During Finance Committee hearings on PNTR for Russia, Hatch expressed a number of concerns with both the Russian Government and the Obama Administration’s Russia policy, including concerns regarding Russia’s compliance with its international agreements, poor respect for the rule of law, rampant corruption in Russia, and the Administration’s willingness to hold the Russian Government accountable for violations of its World Trade Organization (WTO) obligations.
The Senate Finance Committee will meet on Wednesday, July 18 at 9:30 a.m. to markup bipartisan legislation to remove Russia from the Jackson-Vanik Amendment and grant Russia Permanent Normal Trade Relations (PNTR). Under Jackson-Vanik specified countries, like Russia, are denied trade relations with the United States unless the country fulfilled certain freedom-of-emigration requirements, or received a Presidential wavier. On December 16, 2011 Russia was invited to join the WTO. The Russian parliament must approve the conditions for accession by July 23, 2012, to complete the accession process. Russia would formally become a member 30 days later. In order for U.S. job creators, workers, farmers and ranchers to fully benefit from Russia’s accession to the WTO, including use of WTO dispute settlement mechanisms, the U.S. Congress must remove Russia from the Jackson-Vanik amendment and grant Permanent Normal Trade Relations to Russia.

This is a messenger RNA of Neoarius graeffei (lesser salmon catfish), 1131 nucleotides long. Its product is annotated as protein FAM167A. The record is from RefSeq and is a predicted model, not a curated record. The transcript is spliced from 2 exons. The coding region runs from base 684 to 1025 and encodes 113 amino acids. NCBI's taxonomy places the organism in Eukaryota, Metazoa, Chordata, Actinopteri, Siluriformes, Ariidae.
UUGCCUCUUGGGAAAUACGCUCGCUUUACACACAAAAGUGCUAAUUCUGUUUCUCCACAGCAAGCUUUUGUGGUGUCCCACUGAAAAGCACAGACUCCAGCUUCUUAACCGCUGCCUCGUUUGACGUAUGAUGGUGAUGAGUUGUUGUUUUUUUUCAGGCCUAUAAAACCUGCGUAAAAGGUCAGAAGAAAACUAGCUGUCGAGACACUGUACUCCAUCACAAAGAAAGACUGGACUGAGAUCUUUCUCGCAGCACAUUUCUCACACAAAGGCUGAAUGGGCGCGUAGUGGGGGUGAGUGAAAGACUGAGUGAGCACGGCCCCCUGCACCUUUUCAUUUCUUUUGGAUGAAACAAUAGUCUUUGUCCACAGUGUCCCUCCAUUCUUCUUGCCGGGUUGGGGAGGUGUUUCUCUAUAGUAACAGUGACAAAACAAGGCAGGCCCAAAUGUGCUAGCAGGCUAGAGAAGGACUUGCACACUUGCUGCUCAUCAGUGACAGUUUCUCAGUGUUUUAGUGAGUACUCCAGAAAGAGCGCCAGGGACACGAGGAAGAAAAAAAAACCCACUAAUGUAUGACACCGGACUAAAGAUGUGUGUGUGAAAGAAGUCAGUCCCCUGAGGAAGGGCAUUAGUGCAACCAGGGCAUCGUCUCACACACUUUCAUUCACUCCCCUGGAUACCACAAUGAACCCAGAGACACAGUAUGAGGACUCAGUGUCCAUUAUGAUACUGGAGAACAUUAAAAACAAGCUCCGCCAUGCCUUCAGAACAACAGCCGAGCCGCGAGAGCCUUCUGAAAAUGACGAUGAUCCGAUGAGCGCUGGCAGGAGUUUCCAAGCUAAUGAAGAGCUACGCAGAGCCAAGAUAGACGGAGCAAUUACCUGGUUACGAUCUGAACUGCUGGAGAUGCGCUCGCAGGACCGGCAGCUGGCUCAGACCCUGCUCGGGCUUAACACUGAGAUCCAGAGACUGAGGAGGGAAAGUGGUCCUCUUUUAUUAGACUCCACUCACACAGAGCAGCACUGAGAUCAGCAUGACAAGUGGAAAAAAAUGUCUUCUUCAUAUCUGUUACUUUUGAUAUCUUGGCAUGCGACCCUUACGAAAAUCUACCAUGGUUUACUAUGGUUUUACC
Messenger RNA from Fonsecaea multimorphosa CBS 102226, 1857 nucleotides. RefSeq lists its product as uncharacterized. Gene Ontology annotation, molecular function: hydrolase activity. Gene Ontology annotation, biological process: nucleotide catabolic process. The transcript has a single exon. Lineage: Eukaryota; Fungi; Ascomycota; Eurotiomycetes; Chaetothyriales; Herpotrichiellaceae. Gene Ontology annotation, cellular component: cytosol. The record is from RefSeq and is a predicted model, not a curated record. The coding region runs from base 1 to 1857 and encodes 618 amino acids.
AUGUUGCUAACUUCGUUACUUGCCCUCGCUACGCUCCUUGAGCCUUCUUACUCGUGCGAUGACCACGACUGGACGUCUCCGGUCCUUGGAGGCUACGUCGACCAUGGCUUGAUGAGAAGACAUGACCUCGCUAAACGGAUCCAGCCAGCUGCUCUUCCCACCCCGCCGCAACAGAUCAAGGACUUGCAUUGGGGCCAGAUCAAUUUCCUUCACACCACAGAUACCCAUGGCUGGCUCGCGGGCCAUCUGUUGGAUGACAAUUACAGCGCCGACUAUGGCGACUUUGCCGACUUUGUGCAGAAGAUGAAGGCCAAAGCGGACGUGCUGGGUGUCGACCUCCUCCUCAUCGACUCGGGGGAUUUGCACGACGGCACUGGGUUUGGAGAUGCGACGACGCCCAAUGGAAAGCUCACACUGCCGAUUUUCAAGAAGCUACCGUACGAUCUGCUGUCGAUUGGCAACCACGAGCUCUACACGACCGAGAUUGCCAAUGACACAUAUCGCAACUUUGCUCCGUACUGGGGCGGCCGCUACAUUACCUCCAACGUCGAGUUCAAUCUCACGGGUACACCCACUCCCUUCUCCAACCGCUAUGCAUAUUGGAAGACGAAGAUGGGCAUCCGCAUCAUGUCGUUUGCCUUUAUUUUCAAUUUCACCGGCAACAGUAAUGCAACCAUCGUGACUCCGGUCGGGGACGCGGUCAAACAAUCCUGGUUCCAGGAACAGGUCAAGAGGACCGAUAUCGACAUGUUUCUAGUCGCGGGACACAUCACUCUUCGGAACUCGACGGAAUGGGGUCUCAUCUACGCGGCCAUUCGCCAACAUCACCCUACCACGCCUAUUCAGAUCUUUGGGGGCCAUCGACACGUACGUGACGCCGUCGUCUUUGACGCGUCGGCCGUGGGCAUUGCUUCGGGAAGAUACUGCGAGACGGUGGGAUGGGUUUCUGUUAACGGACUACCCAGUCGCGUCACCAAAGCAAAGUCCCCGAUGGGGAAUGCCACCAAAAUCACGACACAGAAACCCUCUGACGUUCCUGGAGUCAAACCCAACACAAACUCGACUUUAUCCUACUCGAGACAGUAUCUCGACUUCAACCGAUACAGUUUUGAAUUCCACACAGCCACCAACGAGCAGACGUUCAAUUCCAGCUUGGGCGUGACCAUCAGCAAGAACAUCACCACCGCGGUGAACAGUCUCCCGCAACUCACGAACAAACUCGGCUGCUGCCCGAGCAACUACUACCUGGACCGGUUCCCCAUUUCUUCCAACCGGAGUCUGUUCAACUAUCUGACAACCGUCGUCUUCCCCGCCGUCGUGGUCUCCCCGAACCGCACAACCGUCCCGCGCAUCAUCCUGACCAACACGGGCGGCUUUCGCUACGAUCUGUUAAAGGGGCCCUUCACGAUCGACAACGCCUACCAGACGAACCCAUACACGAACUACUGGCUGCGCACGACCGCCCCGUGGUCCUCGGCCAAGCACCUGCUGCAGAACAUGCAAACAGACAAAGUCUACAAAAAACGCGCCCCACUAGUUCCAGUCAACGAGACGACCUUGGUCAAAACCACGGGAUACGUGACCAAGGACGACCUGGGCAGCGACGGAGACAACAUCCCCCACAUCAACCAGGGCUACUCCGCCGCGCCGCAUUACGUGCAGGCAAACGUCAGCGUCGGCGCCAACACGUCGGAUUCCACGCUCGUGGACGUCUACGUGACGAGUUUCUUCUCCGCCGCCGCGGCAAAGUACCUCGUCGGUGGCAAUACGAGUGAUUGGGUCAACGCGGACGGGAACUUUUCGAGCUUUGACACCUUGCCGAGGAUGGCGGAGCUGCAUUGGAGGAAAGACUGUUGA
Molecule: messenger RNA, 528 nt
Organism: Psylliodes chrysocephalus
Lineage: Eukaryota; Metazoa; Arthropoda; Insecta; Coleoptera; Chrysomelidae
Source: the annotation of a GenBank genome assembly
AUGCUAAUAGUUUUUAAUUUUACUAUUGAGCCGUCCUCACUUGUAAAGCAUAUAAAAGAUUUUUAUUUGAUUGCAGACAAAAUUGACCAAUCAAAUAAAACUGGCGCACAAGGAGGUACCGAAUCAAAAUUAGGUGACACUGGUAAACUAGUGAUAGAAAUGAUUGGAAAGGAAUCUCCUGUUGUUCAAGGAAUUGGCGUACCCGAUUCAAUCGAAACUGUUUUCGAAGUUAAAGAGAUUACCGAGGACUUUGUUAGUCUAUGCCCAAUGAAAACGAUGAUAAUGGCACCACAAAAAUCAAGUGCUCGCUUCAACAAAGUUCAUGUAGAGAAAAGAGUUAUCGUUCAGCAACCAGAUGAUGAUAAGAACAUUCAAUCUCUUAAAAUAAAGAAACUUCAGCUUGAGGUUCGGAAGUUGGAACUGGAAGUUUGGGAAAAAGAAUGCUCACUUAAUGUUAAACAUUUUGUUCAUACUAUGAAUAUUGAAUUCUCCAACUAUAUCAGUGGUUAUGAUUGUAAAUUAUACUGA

Hatch worked with Chairman Baucus to strengthen the bill by including provisions that: